Director: Julius Berg
Writers: Julius Berg, Matthieu Gompel, Geoff Cox
Stars: Maisie Williams, Sylvester McCoy, Rita Tushingham, Jake Curran, Ian Kenny
Synopsis: An elderly couple turn the tables on a group of young thieves who broke into their house while they were away.
Home invasion thrillers won’t be a popular choice at the moment since they are often too close for comfort, but this latest offering from director Julius Berg and co-writer Mathieu Gompel will do you no harm, as it is really quite silly. The Owners is adapted from the graphic novel ‘Une Nuit de Pleine Lune’ by Hermann and Yves H, and stars Maisie Williams as a wayward teenager caught up in a house robbery, swapping assassinations in Westeros for torturing the elderly in rural England. Not the most obvious of career paths, but you can understand why she’s been chosen to headline this bizarre attempt to subvert an exhausted sub-genre. The poster that has her holding a massive sledgehammer is compelling enough, promises smashing times ahead if only she had swung it against the side of the house and escaped through the hole right at the start. Those hoping to have a good time watching Williams hunt her way out of trouble will be disappointed as The Owners is devoid of tension and thrills, although some peculiar creative choices do ensure this film goes all in with a chaotic, head-scratching third act.
The film makes it clear early on that you can switch your brain off, as its dim-witted trio of men break their way into a house they already have the key for. Nathan (Ian Kenny) leads the pack, boyfriend to Mary (Maisie Williams), trailed by the bumbling Terry, prone to crying and creeping on Mary when Nathan isn’t looking – it’s unpleasant and mind-numbingly boring. Somehow even worse is the manipulative brute Gaz (Jake Curren), a man whose only form of communication is destroying, swearing, or mutilating. Nathan is pathetically spineless as a boyfriend and armed robber, convincing as neither. And while Curren looks the part as Gaz, relishing his lack of humanity and sadistic sense of humor, the acting is so predictable and wooden you never feel like these men could hurt anybody. Even when the knives come out, the violence is dull because no effort has been made to get you emotionally invested.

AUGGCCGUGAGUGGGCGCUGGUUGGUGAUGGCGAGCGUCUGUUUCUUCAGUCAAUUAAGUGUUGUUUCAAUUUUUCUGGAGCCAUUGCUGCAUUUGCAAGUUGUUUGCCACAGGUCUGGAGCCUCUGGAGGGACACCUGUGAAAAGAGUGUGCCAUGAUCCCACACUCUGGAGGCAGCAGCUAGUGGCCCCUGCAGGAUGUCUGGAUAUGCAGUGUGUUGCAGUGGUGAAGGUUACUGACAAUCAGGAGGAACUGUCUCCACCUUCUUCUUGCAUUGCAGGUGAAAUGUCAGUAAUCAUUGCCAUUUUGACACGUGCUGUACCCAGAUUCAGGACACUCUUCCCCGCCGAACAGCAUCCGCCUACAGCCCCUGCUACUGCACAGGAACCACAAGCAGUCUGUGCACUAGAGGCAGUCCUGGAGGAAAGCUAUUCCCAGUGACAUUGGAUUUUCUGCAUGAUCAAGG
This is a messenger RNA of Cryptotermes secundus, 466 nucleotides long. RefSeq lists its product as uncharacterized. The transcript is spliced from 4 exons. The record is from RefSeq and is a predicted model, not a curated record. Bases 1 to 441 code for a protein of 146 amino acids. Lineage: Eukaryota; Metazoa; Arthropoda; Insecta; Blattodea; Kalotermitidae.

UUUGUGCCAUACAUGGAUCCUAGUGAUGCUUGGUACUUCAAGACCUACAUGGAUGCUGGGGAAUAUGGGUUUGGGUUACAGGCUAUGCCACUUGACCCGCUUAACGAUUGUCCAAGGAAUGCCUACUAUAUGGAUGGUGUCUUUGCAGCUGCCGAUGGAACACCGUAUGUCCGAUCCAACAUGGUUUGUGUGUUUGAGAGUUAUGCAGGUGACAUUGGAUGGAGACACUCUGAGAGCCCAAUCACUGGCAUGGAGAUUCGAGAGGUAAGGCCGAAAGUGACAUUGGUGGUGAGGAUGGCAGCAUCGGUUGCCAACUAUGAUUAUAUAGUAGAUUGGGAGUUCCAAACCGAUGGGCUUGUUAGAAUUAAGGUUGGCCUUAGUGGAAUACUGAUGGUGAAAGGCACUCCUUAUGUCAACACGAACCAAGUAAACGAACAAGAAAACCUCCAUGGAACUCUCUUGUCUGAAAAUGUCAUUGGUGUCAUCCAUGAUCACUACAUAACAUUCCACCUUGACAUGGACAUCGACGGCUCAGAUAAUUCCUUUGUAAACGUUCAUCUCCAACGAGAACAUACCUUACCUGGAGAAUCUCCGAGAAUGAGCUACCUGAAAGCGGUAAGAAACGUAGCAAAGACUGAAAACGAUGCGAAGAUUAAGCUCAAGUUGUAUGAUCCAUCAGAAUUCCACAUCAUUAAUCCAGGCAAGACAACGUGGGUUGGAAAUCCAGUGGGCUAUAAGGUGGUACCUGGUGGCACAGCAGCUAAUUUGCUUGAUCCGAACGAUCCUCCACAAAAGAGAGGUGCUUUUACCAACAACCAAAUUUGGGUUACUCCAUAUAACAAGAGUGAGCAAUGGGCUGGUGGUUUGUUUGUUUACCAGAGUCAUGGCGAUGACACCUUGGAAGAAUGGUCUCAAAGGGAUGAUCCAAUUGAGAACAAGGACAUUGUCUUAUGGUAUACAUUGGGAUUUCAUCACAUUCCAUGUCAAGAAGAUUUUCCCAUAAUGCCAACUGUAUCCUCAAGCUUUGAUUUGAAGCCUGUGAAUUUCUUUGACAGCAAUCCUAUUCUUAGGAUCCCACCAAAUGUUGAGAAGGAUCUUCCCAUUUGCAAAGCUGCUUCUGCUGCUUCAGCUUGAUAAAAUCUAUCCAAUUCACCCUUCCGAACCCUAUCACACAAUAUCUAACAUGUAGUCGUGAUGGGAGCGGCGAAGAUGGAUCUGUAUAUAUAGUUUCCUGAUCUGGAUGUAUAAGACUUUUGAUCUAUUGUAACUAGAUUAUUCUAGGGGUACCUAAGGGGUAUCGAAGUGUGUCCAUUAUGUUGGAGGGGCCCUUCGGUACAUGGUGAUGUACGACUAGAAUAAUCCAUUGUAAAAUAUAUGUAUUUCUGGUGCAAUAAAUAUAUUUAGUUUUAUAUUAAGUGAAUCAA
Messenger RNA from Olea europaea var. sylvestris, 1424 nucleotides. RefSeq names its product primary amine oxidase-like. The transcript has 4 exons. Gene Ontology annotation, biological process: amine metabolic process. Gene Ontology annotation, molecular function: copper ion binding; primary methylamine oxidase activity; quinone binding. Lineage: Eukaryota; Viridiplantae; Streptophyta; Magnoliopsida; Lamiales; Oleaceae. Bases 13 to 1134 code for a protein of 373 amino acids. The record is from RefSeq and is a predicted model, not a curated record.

Williams is reliably good but even her nimble heroine Mary can’t escape screenwriting crimes, given a lazy a pregnancy plot that goes nowhere and has no place in this film. It shows a naivety in Berg and Gompel’s screenplay, neither writer understanding how to create empathetic characters with interesting things to do. Aside from fitting this sort of genre fare like a leather glove, Williams does thankfully provide a much-needed focal point. Since she is such a naturally energetic performer, the film always feels like it could erupt into something interesting when she’s darting from room to room, scrambling about for the next best thing to a sledgehammer. Best not to get your hopes up too much though, as the screenplay has no idea what to do with her towards the end, fading out with such minimal effort to bring everything together that it’s almost impressive in its ambiguity.
Having said all that, what the film lacks in substance, it finds brief redemption in homeowners Dr. Huggins (Sylvester McCoy), who sneaks about like Bilbo Baggins, and his rather creepy wife Ellen Higgins (Rita Tushingham, the actress making every minute of her screen time count). The two are a welcome respite from the adolescent inertia, both having a fun time with their off-kilter parts. They are rather similar to the lovable cultists in Anything for Jackson, a film that achieves everything this one sets out to do but doesn’t. The biggest absence is a beating heart. Immoral, eccentric characters need a glimmer of warmth. Berg and Gompel get so carried away with their drunken stew of a plot they forget to make any of it matter. If you don’t care about the characters, you aren’t going to be bothered when their severed finger flies across the room. Weirdness for the sake of weirdness is not clever or interesting.
The Owners crashes as a tense thriller, and while it’s all over the place, it’s still more suited as a bonkers horror film. The arrival of the old couple is a cryptic awakening of sorts, for the characters and the film itself, bringing all manner of strange events into play. For instance, a cockroach resurrects itself on the dinner table, the film appearing to have slipped into another dimension. The quirky humor is ramped up, the action intensifies, and the characters become incomprehensibly inconsistent. It may not be successful, but the lighter change in tone is a welcome one. From a purely aesthetic sense, the unburdened frenzy of the third act is more exciting than the boring torture-fest of the first, although each new scenario makes less sense than the one before it.
The Owners is a strange oddity, curiously unhinged but entirely forgettable. Berg’s attempt to spice up the ordinary home invasion horror is adventurous, but sadly none of his and Gompel’s ideas work on screen. Instead, the fun comes from trying to work out what an earth this film is trying to do rather than enjoying the senseless chaos. And this is before the aspect ratio suddenly shrinks itself to half the screen for the entirety of the second half of the film. Why? You decide. It’s honestly difficult to process. It was at least eye-catching, in what is otherwise an absurd misfire.
Available on Digital Platforms 22nd February and DVD 1st March